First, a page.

Nearly a decade ago, the Chicken Littles of our genre scribbled at length in our magazines and buttonholed each other at conventions to voice their fears that science fiction was dying. Well, it is true that we are down to just six American sff digests per month, off of the 40 magazine peak of 1953. On the other hand, I'd argue that we're not that much worse off for having lost the lesser monthlies. Moreover, sff novels still seem to be doing a brisk trade.

In the three years since I started this column, I've seen a cadre of new writers burst onto the scene; clearly, no one told them that their field is dead! And while sff continues to be something of a man's world, this fact is changing, slowly but surely. Since just last year, when I wrote 18 mini-biographies of the women authors of science fiction, I've become exposed to a whole new crop of female bylines. Some of them are just new to me, having been in the biz for a long time. Others are genuinely fresh onto the scene.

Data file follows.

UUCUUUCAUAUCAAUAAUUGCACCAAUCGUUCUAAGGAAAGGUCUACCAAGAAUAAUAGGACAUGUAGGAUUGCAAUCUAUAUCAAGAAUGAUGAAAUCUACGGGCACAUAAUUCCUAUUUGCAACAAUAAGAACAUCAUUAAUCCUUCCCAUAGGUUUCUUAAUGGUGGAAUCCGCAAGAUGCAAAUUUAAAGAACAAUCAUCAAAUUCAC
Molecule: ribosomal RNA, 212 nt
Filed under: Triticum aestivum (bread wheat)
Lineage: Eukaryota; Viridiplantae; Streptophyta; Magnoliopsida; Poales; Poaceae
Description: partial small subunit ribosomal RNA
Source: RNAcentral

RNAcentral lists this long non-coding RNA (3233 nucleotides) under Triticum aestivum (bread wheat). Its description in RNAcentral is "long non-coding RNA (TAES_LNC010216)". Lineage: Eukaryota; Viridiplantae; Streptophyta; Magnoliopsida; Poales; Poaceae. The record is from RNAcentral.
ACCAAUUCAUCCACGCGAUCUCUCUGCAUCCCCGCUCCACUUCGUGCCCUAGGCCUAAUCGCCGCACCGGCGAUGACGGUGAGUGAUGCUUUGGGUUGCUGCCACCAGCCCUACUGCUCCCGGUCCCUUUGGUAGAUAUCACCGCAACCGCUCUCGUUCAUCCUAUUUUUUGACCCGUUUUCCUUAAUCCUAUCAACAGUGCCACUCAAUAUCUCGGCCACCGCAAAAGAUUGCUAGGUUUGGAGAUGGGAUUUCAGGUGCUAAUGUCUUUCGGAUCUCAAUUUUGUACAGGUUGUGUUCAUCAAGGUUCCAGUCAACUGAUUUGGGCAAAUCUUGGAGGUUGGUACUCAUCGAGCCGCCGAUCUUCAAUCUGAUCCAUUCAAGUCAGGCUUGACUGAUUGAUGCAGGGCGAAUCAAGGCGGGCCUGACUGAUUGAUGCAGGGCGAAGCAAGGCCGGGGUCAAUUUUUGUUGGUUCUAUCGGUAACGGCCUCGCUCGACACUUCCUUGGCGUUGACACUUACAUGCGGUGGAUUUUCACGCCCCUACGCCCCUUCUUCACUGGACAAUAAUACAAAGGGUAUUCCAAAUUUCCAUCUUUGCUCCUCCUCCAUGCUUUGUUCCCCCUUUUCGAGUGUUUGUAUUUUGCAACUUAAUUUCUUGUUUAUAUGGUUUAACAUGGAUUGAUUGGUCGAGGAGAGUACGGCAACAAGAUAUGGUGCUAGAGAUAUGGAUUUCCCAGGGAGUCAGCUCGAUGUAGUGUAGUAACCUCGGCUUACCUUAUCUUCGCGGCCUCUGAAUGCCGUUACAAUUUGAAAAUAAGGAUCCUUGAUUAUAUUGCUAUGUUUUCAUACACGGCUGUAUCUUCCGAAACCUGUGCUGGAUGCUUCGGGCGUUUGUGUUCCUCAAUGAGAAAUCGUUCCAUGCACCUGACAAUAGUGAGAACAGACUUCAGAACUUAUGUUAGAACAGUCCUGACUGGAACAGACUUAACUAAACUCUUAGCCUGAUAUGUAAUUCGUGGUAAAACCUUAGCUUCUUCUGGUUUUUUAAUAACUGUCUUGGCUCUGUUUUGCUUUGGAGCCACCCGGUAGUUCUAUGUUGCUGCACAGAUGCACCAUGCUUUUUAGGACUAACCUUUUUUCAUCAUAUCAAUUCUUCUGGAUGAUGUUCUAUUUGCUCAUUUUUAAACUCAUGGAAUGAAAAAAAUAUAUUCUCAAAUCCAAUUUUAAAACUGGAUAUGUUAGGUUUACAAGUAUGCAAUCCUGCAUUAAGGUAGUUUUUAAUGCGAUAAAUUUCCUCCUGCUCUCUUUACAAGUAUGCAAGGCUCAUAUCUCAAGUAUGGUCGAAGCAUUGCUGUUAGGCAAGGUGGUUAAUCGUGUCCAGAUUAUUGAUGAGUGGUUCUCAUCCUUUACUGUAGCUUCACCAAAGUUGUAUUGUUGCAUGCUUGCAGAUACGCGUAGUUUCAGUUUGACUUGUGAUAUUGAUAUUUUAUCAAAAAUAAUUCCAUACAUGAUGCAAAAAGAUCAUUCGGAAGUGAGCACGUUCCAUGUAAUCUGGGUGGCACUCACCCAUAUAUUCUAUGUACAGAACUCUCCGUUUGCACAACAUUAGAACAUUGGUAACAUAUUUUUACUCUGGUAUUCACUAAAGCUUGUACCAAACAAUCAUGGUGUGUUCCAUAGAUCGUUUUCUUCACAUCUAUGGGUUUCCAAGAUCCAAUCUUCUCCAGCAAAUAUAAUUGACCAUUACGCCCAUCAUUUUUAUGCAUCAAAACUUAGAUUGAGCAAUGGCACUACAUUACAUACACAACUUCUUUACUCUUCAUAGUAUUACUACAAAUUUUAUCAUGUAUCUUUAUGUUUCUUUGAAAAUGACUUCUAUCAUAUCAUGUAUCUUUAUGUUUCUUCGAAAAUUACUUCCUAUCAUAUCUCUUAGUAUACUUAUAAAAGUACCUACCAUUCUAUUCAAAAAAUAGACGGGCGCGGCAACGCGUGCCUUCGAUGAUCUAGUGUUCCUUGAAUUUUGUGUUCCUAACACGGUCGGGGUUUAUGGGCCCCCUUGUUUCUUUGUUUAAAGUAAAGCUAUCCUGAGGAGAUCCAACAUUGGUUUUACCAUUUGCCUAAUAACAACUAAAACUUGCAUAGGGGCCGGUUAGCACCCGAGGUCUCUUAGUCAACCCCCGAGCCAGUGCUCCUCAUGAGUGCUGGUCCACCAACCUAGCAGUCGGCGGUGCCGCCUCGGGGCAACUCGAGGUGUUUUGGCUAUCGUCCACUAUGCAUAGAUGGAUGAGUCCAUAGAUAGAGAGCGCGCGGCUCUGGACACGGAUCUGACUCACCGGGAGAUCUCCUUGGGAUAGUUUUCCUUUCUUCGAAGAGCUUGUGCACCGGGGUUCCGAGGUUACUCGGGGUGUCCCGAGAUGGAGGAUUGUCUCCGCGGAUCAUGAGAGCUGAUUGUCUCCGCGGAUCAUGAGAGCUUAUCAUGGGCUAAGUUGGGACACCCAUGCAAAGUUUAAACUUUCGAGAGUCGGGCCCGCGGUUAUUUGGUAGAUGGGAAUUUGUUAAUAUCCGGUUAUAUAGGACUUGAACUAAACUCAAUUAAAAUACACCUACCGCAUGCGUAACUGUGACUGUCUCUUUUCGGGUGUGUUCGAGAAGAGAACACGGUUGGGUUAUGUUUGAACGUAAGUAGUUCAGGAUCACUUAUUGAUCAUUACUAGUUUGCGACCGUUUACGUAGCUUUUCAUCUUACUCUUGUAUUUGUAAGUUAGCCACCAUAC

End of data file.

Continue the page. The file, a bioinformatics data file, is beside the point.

Without further ado, the supplemental list for early 1962:



(see the rest at Galactic Journey!)
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2017-02-10 02:11 pm

[Feb. 10, 1962] Here is the News (March 1962 IF)


by Gideon Marcus

If "no news is good news," then this has been a very good week, indeed! The Studebaker UAW strike ended on the 7th. The Congo is no more restive than usual. Laos seems to be holding a tenuous peace in its three-cornered civil war. The coup is over in the Dominican Republic, the former government back in power. John Glenn hasn't gone up yet, but then, neither have any Russians. The Studebaker UAW strike ended on the 7th. The Congo is no more restive than usual. Laos seems to be holding a tenuous peace in its three-cornered civil war. The coup is over in the Dominican Republic, the former government back in power. John Glenn hasn't gone up yet, but then, neither have any Russians.



And while this month's IF science fiction magazine contains nothing of earth-shattering quality, there's not a clunker in the mix – and quite a bit to enjoy! Get a load of these headlines:

(see the rest at Galactic Journey!)
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2017-02-07 12:10 pm

[February 7, 1962] Funny Business (March 1962 Fantastic)


by Victoria Silverwolf

Dying is easy; comedy is hard.

These famous last words, ascribed to many a noted actor on his deathbed, are probably apocryphal. Even if nobody ever really uttered them before taking his last breath, they do suggest the difficulty of provoking amusement in one’s audience. This is at least as true of speculative fiction as of the stage.